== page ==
Amidst the understated performances, Long does a great job as Marcus and gives us a unique version of a man descending quietly into his own private hell before your eyes. Having your brother as the director could go either way, but it’s clear they make a good team.  Again, you have to hang in until the end with this slow burner served with a pinch of body horror. Long and screenwriter Steven Weisman are clearly influenced by Cronenberg and Lynch; and Long has described his film as a cross between The Shining and Lolita, but you may also get inklings of Spider, Twin Peaks, and Canadian horror The Crescent which has a similar eerie feel.

This strange, disjointed film isn’t a typical horror film, and I’m certain it’s not for everyone, but that’s ok.  Seeds won’t give you a neat package of protagonist/antagonist or a reliable guide in this journey, but it will definitely leave you with some disturbing images and an unsettling urge to check your closets before you go to bed, especially if you live by the water.

Catch Seeds in U.S. theatres September 13.

The Color Out of Space and Richard Stanley’s Return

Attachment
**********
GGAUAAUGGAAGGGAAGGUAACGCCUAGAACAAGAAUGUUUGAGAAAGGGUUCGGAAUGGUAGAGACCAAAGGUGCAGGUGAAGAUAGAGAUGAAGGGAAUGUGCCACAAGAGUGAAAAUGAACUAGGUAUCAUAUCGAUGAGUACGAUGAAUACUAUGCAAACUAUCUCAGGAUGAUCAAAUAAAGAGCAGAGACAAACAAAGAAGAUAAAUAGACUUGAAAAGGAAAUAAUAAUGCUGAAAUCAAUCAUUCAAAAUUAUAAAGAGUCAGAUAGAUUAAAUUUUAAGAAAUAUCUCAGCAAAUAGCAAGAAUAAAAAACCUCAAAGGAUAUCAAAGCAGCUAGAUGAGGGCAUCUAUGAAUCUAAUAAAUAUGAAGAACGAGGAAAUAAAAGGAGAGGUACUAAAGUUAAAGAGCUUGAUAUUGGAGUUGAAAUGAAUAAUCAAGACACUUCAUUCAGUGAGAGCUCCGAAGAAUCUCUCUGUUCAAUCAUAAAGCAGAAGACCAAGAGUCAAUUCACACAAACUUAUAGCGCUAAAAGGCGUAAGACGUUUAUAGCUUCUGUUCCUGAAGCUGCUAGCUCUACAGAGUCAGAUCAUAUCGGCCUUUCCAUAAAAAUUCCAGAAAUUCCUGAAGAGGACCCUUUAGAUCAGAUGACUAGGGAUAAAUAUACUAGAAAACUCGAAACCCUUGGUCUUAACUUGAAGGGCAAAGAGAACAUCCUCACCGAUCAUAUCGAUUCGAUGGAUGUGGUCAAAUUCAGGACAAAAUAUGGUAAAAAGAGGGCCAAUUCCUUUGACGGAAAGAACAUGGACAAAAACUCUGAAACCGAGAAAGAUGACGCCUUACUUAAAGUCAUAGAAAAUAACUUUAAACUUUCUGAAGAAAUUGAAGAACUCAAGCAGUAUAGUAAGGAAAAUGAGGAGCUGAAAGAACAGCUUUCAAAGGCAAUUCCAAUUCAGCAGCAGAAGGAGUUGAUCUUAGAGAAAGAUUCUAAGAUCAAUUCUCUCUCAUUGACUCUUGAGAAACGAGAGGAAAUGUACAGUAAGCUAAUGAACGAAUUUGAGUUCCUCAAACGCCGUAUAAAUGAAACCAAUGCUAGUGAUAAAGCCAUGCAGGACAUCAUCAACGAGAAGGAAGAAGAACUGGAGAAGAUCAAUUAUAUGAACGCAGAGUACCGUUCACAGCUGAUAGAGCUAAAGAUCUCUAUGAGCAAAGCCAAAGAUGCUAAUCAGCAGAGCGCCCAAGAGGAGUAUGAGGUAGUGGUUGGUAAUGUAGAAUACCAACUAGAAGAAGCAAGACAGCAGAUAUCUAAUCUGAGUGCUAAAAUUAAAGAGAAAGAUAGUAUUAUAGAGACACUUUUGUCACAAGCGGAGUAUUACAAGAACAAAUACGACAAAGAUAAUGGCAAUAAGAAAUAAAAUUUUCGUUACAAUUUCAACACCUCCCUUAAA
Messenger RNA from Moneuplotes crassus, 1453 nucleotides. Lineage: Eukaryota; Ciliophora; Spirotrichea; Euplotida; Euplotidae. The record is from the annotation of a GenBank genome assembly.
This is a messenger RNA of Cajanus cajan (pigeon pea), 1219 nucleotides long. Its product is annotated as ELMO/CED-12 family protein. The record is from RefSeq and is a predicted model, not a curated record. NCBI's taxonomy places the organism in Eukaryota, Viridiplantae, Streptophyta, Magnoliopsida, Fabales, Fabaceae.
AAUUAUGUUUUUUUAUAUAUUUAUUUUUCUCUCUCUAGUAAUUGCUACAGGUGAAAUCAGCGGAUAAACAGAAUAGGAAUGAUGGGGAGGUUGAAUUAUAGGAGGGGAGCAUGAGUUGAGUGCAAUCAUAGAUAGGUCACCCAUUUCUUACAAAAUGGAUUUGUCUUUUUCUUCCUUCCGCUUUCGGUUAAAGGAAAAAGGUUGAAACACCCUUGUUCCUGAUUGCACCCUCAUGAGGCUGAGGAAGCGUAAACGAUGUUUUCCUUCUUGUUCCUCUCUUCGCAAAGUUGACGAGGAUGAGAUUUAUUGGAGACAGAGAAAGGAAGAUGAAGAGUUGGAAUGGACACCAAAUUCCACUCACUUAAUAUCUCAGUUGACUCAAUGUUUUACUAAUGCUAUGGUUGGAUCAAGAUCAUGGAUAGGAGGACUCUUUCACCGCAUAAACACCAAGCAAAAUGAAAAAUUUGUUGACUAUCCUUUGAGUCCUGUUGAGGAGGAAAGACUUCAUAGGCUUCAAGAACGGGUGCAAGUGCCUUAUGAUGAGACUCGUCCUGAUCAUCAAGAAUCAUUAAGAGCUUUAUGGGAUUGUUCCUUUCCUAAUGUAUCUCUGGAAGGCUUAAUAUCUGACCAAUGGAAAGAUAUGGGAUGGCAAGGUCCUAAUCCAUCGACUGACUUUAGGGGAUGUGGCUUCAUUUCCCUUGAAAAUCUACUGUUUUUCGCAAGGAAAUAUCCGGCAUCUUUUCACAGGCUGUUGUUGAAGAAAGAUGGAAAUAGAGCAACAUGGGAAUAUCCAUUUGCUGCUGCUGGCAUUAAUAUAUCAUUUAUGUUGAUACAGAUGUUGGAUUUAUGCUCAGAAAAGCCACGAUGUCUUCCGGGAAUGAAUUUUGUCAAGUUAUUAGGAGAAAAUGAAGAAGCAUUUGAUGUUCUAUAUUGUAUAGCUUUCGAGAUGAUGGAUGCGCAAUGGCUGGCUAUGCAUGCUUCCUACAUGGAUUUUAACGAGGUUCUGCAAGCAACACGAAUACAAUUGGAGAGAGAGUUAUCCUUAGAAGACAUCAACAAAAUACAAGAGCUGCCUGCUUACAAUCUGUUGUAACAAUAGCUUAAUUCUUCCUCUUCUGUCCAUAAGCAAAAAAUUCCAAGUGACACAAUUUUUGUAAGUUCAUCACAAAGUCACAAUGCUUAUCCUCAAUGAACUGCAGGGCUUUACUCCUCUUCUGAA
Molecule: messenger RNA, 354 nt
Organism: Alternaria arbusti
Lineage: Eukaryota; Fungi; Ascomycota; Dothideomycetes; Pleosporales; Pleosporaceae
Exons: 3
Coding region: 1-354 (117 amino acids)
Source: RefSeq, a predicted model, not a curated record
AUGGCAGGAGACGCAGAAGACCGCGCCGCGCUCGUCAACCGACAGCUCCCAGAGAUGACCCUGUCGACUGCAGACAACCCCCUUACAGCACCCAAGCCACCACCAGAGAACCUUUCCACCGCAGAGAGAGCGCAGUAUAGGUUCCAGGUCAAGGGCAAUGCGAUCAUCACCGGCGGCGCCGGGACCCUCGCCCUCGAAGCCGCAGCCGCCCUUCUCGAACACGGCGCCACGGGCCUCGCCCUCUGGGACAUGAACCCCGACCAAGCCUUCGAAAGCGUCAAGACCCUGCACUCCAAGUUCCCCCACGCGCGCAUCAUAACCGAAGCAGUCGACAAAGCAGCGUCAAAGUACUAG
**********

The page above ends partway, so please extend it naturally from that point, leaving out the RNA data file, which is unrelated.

It’s been some time since we’ve seen something directed by the infamous Richard Stanley, once slotted to helm the tragic Island of Dr. Moreau, now the subject of a popular and mythical documentary Lost Soul: The Doomed Journey of Richard Stanley’s Island of Dr. Moreau by David Gregory. While he’s been writing screenplays, Color Out of Space is the first film Stanley has directed since 2013, and guess what? It’s fabulously strange, creepy and, yes, colorful for so many reasons.

Nathan (Nicholas Cage) is a father and husband who, needing to get away from the big city, decides to take over his deceased father’s farm and make a go of raising alpacas, the animal of the future. His wife (Joely Richardson) is recovering from breast cancer and trying her best to deal with high powered clients on a farm via Skype and sketchy internet service while trying to raise her teenage children:  Wiccan-obsessed daughter Lavinia (Madeleine Arthur), nerdy Benny (Brendan Meyer), and her youngest, Jack (Julian Hilliard). There also might be a problem with their water supply, so a handsome hydrologist Ward Phillips (Elliot Knight) checks out the surrounding area and also takes a liking to Lavinia.  When a meteor crashes onto their front yard, a strange series of events occur, and it’s up to Nathan and Ward to figure out what might be transpiring as this alien object slowly changes the landscape and all their mental states.